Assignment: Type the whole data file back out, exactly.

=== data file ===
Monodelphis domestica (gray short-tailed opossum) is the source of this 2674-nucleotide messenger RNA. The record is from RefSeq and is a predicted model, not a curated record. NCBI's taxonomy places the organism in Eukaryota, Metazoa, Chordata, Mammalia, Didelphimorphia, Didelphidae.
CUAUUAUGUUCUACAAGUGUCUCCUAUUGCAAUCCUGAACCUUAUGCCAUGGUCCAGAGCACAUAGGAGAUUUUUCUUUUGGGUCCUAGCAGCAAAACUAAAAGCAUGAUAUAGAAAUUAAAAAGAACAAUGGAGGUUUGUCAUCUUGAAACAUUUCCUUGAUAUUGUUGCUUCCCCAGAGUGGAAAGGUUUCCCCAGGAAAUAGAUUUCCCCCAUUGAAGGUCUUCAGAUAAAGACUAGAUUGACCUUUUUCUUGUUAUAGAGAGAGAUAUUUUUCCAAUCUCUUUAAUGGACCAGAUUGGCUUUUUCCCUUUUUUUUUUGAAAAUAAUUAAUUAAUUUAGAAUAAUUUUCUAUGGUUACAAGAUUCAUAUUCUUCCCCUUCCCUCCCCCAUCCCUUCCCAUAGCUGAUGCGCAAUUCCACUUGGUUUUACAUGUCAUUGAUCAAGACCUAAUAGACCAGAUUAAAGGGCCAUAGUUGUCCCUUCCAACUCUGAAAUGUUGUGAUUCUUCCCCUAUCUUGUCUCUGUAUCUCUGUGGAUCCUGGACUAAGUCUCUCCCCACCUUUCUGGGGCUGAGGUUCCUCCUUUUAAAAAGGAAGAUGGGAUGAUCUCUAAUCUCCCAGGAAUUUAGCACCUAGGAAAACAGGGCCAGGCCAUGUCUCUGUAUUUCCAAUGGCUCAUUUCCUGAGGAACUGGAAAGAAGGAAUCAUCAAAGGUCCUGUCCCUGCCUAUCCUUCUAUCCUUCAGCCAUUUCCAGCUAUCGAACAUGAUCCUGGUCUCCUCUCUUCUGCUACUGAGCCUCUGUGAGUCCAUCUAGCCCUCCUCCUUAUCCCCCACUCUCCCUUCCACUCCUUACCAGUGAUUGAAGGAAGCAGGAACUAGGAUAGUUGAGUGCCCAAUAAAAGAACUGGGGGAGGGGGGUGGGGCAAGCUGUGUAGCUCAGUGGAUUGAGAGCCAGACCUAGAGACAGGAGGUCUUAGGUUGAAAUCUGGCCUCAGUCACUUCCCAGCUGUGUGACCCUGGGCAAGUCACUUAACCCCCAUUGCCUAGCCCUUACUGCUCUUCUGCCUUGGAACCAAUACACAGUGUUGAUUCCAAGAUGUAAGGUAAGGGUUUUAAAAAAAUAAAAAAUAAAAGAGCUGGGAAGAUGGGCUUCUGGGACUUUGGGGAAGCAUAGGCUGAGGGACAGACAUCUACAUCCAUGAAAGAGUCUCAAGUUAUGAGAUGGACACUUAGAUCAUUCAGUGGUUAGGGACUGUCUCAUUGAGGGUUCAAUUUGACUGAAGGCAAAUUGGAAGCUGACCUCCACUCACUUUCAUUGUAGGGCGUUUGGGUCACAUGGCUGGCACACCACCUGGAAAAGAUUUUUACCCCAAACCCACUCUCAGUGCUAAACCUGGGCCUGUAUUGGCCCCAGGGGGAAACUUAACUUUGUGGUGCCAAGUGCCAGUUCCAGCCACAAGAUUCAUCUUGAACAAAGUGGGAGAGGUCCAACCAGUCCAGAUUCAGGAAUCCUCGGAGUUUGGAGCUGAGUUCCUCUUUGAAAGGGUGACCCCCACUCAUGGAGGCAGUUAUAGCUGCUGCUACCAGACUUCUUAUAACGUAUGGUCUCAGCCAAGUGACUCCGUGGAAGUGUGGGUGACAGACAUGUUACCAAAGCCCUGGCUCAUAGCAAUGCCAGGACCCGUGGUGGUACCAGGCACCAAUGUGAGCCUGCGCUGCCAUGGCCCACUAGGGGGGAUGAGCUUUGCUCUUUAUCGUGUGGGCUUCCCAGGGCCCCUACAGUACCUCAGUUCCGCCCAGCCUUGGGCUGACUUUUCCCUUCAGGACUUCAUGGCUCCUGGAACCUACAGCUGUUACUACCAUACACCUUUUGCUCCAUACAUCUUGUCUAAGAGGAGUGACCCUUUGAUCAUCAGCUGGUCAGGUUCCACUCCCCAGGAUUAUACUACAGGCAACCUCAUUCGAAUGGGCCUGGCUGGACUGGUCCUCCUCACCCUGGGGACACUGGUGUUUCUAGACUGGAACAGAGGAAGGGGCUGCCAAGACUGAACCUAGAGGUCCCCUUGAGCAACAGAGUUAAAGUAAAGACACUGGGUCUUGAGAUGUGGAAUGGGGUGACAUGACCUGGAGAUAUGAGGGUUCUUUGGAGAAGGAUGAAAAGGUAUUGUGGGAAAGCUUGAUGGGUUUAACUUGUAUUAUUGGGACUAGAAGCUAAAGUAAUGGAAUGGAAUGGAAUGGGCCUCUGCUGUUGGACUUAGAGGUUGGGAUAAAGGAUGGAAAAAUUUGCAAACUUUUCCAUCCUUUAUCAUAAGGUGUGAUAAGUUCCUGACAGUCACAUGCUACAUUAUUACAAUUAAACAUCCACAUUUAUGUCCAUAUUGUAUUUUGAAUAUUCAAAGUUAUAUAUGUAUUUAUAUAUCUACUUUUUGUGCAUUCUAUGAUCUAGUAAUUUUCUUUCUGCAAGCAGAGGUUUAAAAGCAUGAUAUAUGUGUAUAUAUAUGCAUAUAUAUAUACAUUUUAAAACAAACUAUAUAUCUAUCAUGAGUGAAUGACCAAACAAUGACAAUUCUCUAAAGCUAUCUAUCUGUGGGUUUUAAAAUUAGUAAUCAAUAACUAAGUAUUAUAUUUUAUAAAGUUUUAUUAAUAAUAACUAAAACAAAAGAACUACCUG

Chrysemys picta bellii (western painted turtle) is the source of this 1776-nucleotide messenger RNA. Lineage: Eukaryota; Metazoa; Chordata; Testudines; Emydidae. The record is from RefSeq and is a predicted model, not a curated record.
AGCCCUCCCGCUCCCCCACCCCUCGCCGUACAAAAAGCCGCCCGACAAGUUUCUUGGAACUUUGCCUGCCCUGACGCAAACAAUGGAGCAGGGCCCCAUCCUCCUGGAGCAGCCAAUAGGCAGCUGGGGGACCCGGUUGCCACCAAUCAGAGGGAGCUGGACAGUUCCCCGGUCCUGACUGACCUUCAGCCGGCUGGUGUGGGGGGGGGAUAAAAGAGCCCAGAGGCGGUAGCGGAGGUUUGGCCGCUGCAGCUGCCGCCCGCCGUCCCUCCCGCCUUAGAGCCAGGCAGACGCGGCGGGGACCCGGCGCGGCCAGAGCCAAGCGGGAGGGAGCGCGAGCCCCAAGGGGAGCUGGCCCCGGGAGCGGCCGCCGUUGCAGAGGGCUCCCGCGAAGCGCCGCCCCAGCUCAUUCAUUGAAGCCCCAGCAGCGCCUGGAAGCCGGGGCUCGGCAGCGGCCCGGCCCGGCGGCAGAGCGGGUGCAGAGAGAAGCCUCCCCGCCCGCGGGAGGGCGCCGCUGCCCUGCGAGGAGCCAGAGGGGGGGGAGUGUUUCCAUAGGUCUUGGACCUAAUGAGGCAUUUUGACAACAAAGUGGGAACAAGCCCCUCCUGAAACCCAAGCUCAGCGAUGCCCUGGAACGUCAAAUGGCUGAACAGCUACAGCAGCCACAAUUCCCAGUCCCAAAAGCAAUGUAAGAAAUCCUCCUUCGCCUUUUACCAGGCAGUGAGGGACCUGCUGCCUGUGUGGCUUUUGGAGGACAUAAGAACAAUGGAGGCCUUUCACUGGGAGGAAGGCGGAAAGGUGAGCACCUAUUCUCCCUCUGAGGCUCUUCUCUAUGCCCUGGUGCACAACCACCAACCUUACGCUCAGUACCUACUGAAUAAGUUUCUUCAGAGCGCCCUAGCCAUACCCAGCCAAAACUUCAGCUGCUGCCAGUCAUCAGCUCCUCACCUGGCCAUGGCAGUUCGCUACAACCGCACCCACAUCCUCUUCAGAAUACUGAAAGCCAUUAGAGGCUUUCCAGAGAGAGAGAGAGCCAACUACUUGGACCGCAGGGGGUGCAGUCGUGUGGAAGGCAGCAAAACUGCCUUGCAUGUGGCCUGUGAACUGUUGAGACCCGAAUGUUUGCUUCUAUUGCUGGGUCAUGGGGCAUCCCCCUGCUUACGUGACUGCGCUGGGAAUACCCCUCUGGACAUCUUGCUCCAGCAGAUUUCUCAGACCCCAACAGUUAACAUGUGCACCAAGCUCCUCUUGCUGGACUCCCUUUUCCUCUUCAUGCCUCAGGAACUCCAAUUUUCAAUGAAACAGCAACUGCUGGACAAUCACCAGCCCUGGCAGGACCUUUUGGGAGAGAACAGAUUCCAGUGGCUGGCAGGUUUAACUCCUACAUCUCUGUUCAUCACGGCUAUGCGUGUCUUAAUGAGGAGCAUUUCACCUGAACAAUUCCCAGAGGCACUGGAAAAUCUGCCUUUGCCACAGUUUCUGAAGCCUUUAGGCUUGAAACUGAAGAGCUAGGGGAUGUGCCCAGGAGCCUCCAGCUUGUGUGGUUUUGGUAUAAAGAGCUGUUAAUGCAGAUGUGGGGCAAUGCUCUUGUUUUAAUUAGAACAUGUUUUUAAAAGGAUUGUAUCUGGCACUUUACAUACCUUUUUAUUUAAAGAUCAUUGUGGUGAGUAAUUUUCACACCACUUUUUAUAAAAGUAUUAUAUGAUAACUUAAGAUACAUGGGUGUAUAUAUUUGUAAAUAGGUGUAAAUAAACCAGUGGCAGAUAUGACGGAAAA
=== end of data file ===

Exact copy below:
Monodelphis domestica (gray short-tailed opossum) is the source of this 2674-nucleotide messenger RNA. The record is from RefSeq and is a predicted model, not a curated record. NCBI's taxonomy places the organism in Eukaryota, Metazoa, Chordata, Mammalia, Didelphimorphia, Didelphidae.
CUAUUAUGUUCUACAAGUGUCUCCUAUUGCAAUCCUGAACCUUAUGCCAUGGUCCAGAGCACAUAGGAGAUUUUUCUUUUGGGUCCUAGCAGCAAAACUAAAAGCAUGAUAUAGAAAUUAAAAAGAACAAUGGAGGUUUGUCAUCUUGAAACAUUUCCUUGAUAUUGUUGCUUCCCCAGAGUGGAAAGGUUUCCCCAGGAAAUAGAUUUCCCCCAUUGAAGGUCUUCAGAUAAAGACUAGAUUGACCUUUUUCUUGUUAUAGAGAGAGAUAUUUUUCCAAUCUCUUUAAUGGACCAGAUUGGCUUUUUCCCUUUUUUUUUUGAAAAUAAUUAAUUAAUUUAGAAUAAUUUUCUAUGGUUACAAGAUUCAUAUUCUUCCCCUUCCCUCCCCCAUCCCUUCCCAUAGCUGAUGCGCAAUUCCACUUGGUUUUACAUGUCAUUGAUCAAGACCUAAUAGACCAGAUUAAAGGGCCAUAGUUGUCCCUUCCAACUCUGAAAUGUUGUGAUUCUUCCCCUAUCUUGUCUCUGUAUCUCUGUGGAUCCUGGACUAAGUCUCUCCCCACCUUUCUGGGGCUGAGGUUCCUCCUUUUAAAAAGGAAGAUGGGAUGAUCUCUAAUCUCCCAGGAAUUUAGCACCUAGGAAAACAGGGCCAGGCCAUGUCUCUGUAUUUCCAAUGGCUCAUUUCCUGAGGAACUGGAAAGAAGGAAUCAUCAAAGGUCCUGUCCCUGCCUAUCCUUCUAUCCUUCAGCCAUUUCCAGCUAUCGAACAUGAUCCUGGUCUCCUCUCUUCUGCUACUGAGCCUCUGUGAGUCCAUCUAGCCCUCCUCCUUAUCCCCCACUCUCCCUUCCACUCCUUACCAGUGAUUGAAGGAAGCAGGAACUAGGAUAGUUGAGUGCCCAAUAAAAGAACUGGGGGAGGGGGGUGGGGCAAGCUGUGUAGCUCAGUGGAUUGAGAGCCAGACCUAGAGACAGGAGGUCUUAGGUUGAAAUCUGGCCUCAGUCACUUCCCAGCUGUGUGACCCUGGGCAAGUCACUUAACCCCCAUUGCCUAGCCCUUACUGCUCUUCUGCCUUGGAACCAAUACACAGUGUUGAUUCCAAGAUGUAAGGUAAGGGUUUUAAAAAAAUAAAAAAUAAAAGAGCUGGGAAGAUGGGCUUCUGGGACUUUGGGGAAGCAUAGGCUGAGGGACAGACAUCUACAUCCAUGAAAGAGUCUCAAGUUAUGAGAUGGACACUUAGAUCAUUCAGUGGUUAGGGACUGUCUCAUUGAGGGUUCAAUUUGACUGAAGGCAAAUUGGAAGCUGACCUCCACUCACUUUCAUUGUAGGGCGUUUGGGUCACAUGGCUGGCACACCACCUGGAAAAGAUUUUUACCCCAAACCCACUCUCAGUGCUAAACCUGGGCCUGUAUUGGCCCCAGGGGGAAACUUAACUUUGUGGUGCCAAGUGCCAGUUCCAGCCACAAGAUUCAUCUUGAACAAAGUGGGAGAGGUCCAACCAGUCCAGAUUCAGGAAUCCUCGGAGUUUGGAGCUGAGUUCCUCUUUGAAAGGGUGACCCCCACUCAUGGAGGCAGUUAUAGCUGCUGCUACCAGACUUCUUAUAACGUAUGGUCUCAGCCAAGUGACUCCGUGGAAGUGUGGGUGACAGACAUGUUACCAAAGCCCUGGCUCAUAGCAAUGCCAGGACCCGUGGUGGUACCAGGCACCAAUGUGAGCCUGCGCUGCCAUGGCCCACUAGGGGGGAUGAGCUUUGCUCUUUAUCGUGUGGGCUUCCCAGGGCCCCUACAGUACCUCAGUUCCGCCCAGCCUUGGGCUGACUUUUCCCUUCAGGACUUCAUGGCUCCUGGAACCUACAGCUGUUACUACCAUACACCUUUUGCUCCAUACAUCUUGUCUAAGAGGAGUGACCCUUUGAUCAUCAGCUGGUCAGGUUCCACUCCCCAGGAUUAUACUACAGGCAACCUCAUUCGAAUGGGCCUGGCUGGACUGGUCCUCCUCACCCUGGGGACACUGGUGUUUCUAGACUGGAACAGAGGAAGGGGCUGCCAAGACUGAACCUAGAGGUCCCCUUGAGCAACAGAGUUAAAGUAAAGACACUGGGUCUUGAGAUGUGGAAUGGGGUGACAUGACCUGGAGAUAUGAGGGUUCUUUGGAGAAGGAUGAAAAGGUAUUGUGGGAAAGCUUGAUGGGUUUAACUUGUAUUAUUGGGACUAGAAGCUAAAGUAAUGGAAUGGAAUGGAAUGGGCCUCUGCUGUUGGACUUAGAGGUUGGGAUAAAGGAUGGAAAAAUUUGCAAACUUUUCCAUCCUUUAUCAUAAGGUGUGAUAAGUUCCUGACAGUCACAUGCUACAUUAUUACAAUUAAACAUCCACAUUUAUGUCCAUAUUGUAUUUUGAAUAUUCAAAGUUAUAUAUGUAUUUAUAUAUCUACUUUUUGUGCAUUCUAUGAUCUAGUAAUUUUCUUUCUGCAAGCAGAGGUUUAAAAGCAUGAUAUAUGUGUAUAUAUAUGCAUAUAUAUAUACAUUUUAAAACAAACUAUAUAUCUAUCAUGAGUGAAUGACCAAACAAUGACAAUUCUCUAAAGCUAUCUAUCUGUGGGUUUUAAAAUUAGUAAUCAAUAACUAAGUAUUAUAUUUUAUAAAGUUUUAUUAAUAAUAACUAAAACAAAAGAACUACCUG

Chrysemys picta bellii (western painted turtle) is the source of this 1776-nucleotide messenger RNA. Lineage: Eukaryota; Metazoa; Chordata; Testudines; Emydidae. The record is from RefSeq and is a predicted model, not a curated record.
AGCCCUCCCGCUCCCCCACCCCUCGCCGUACAAAAAGCCGCCCGACAAGUUUCUUGGAACUUUGCCUGCCCUGACGCAAACAAUGGAGCAGGGCCCCAUCCUCCUGGAGCAGCCAAUAGGCAGCUGGGGGACCCGGUUGCCACCAAUCAGAGGGAGCUGGACAGUUCCCCGGUCCUGACUGACCUUCAGCCGGCUGGUGUGGGGGGGGGAUAAAAGAGCCCAGAGGCGGUAGCGGAGGUUUGGCCGCUGCAGCUGCCGCCCGCCGUCCCUCCCGCCUUAGAGCCAGGCAGACGCGGCGGGGACCCGGCGCGGCCAGAGCCAAGCGGGAGGGAGCGCGAGCCCCAAGGGGAGCUGGCCCCGGGAGCGGCCGCCGUUGCAGAGGGCUCCCGCGAAGCGCCGCCCCAGCUCAUUCAUUGAAGCCCCAGCAGCGCCUGGAAGCCGGGGCUCGGCAGCGGCCCGGCCCGGCGGCAGAGCGGGUGCAGAGAGAAGCCUCCCCGCCCGCGGGAGGGCGCCGCUGCCCUGCGAGGAGCCAGAGGGGGGGGAGUGUUUCCAUAGGUCUUGGACCUAAUGAGGCAUUUUGACAACAAAGUGGGAACAAGCCCCUCCUGAAACCCAAGCUCAGCGAUGCCCUGGAACGUCAAAUGGCUGAACAGCUACAGCAGCCACAAUUCCCAGUCCCAAAAGCAAUGUAAGAAAUCCUCCUUCGCCUUUUACCAGGCAGUGAGGGACCUGCUGCCUGUGUGGCUUUUGGAGGACAUAAGAACAAUGGAGGCCUUUCACUGGGAGGAAGGCGGAAAGGUGAGCACCUAUUCUCCCUCUGAGGCUCUUCUCUAUGCCCUGGUGCACAACCACCAACCUUACGCUCAGUACCUACUGAAUAAGUUUCUUCAGAGCGCCCUAGCCAUACCCAGCCAAAACUUCAGCUGCUGCCAGUCAUCAGCUCCUCACCUGGCCAUGGCAGUUCGCUACAACCGCACCCACAUCCUCUUCAGAAUACUGAAAGCCAUUAGAGGCUUUCCAGAGAGAGAGAGAGCCAACUACUUGGACCGCAGGGGGUGCAGUCGUGUGGAAGGCAGCAAAACUGCCUUGCAUGUGGCCUGUGAACUGUUGAGACCCGAAUGUUUGCUUCUAUUGCUGGGUCAUGGGGCAUCCCCCUGCUUACGUGACUGCGCUGGGAAUACCCCUCUGGACAUCUUGCUCCAGCAGAUUUCUCAGACCCCAACAGUUAACAUGUGCACCAAGCUCCUCUUGCUGGACUCCCUUUUCCUCUUCAUGCCUCAGGAACUCCAAUUUUCAAUGAAACAGCAACUGCUGGACAAUCACCAGCCCUGGCAGGACCUUUUGGGAGAGAACAGAUUCCAGUGGCUGGCAGGUUUAACUCCUACAUCUCUGUUCAUCACGGCUAUGCGUGUCUUAAUGAGGAGCAUUUCACCUGAACAAUUCCCAGAGGCACUGGAAAAUCUGCCUUUGCCACAGUUUCUGAAGCCUUUAGGCUUGAAACUGAAGAGCUAGGGGAUGUGCCCAGGAGCCUCCAGCUUGUGUGGUUUUGGUAUAAAGAGCUGUUAAUGCAGAUGUGGGGCAAUGCUCUUGUUUUAAUUAGAACAUGUUUUUAAAAGGAUUGUAUCUGGCACUUUACAUACCUUUUUAUUUAAAGAUCAUUGUGGUGAGUAAUUUUCACACCACUUUUUAUAAAAGUAUUAUAUGAUAACUUAAGAUACAUGGGUGUAUAUAUUUGUAAAUAGGUGUAAAUAAACCAGUGGCAGAUAUGACGGAAAA